How to apply
We are looking for dedicated students who are currently enrolled and/or plan to enroll in graduate programs in physics and engineering. Senior undergraduates majoring in physics, and engineering will be considered.
Eligible candidate must have a strong background in his or her respective field and adequate physics knowledge and must show strong interest in physics of materials, nanotechnology..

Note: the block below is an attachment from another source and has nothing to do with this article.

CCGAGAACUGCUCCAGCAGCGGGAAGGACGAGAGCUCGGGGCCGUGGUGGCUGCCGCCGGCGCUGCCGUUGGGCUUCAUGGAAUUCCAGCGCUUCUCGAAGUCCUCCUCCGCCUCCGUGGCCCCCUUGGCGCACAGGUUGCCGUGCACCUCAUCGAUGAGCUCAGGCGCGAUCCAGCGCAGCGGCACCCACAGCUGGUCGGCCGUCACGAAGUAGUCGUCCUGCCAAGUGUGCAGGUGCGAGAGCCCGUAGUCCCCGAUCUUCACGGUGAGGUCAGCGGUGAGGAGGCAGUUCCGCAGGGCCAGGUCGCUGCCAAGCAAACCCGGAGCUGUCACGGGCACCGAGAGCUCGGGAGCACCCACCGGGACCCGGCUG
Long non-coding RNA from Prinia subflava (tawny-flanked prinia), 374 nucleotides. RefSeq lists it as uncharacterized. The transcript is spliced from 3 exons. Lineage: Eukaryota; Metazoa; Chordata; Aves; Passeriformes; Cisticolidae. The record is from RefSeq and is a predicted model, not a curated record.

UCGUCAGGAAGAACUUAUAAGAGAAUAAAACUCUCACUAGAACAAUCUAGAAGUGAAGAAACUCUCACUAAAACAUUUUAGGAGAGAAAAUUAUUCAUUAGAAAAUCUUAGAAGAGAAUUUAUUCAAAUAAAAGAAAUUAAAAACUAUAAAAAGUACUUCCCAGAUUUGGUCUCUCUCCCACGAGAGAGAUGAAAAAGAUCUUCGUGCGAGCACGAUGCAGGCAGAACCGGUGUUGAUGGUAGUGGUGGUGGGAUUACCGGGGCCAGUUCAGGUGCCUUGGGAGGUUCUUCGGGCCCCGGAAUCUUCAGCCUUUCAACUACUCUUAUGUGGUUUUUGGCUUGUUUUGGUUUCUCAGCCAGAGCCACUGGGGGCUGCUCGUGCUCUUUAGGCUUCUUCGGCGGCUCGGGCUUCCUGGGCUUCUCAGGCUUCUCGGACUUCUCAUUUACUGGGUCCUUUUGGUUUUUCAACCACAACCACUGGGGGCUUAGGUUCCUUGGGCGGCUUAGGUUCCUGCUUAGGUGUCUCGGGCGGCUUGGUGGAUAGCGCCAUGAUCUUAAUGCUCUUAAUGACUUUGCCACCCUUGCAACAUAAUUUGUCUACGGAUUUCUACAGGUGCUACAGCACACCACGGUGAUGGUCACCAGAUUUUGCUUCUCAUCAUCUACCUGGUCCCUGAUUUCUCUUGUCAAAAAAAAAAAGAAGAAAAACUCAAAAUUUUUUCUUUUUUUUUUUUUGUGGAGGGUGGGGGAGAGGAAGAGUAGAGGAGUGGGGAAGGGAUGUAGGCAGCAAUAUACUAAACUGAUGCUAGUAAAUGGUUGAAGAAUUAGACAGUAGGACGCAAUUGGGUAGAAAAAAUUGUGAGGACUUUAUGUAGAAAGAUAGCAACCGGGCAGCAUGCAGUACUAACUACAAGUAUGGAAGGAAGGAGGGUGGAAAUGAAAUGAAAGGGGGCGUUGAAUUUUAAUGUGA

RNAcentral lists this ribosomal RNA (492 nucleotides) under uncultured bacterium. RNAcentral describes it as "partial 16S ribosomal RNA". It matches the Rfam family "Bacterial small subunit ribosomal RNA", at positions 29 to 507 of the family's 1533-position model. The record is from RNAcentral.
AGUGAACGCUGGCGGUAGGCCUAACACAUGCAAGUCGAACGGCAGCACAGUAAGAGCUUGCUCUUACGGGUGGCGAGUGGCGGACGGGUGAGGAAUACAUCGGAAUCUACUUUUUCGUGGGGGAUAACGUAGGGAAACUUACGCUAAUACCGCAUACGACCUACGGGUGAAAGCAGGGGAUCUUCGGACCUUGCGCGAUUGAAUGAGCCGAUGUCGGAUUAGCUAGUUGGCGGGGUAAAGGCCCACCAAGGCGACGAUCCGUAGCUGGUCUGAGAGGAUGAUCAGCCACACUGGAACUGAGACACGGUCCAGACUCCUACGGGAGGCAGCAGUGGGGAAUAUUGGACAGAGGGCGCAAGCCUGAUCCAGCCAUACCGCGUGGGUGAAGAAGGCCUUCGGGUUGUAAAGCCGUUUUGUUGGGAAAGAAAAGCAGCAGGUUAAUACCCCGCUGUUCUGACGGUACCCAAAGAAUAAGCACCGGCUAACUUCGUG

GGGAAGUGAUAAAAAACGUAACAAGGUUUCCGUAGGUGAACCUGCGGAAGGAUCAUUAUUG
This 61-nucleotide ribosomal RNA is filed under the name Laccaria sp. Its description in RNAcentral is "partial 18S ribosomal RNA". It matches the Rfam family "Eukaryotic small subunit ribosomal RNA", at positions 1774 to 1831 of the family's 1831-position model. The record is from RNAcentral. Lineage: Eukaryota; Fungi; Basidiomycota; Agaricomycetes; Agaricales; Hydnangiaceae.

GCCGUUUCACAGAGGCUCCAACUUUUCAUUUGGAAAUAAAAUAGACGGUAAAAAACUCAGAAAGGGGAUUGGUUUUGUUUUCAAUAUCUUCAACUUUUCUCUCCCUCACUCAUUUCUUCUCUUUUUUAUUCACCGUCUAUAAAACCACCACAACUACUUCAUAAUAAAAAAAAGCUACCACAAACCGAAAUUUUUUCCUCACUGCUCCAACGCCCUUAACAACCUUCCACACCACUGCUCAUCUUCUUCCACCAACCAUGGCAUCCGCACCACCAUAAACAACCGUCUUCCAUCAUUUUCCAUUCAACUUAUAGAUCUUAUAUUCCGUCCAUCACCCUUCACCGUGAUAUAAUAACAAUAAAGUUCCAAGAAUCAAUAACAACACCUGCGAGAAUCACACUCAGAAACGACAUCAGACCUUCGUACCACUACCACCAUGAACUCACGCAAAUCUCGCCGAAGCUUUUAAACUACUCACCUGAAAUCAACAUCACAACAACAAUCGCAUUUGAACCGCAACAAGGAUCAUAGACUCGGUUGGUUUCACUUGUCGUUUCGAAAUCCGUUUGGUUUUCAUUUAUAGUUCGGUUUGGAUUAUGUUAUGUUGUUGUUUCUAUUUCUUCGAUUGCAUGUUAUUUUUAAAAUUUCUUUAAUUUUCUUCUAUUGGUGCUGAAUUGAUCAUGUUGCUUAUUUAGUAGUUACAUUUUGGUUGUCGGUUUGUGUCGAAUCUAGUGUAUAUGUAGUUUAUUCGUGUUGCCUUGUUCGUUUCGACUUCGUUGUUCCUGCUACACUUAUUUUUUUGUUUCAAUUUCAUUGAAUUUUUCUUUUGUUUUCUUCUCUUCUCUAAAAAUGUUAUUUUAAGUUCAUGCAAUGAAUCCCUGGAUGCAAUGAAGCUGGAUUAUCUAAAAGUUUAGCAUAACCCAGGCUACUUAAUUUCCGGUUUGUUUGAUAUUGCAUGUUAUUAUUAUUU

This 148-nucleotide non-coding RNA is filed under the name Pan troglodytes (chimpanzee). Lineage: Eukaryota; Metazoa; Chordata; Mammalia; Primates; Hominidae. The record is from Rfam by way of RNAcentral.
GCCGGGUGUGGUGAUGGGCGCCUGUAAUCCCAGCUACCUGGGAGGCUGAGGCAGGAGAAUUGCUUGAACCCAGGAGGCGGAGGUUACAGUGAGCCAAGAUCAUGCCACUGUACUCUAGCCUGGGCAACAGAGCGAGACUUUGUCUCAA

How To Apply:
Please send a letter of interest, curriculum vitae, original transcripts, and three letters of references. Candidates must be officially admitted to NC A&T State University before they begin their research. New graduate applicants must follow the graduate application process. For further information please follow http://www.ncat.edu. For additional information, please contact.
Dr. Abebe Kebede, Director , Condensed Matter Physics
Department of Physics
North Carolina A&T State University
Greensboro, NC 2741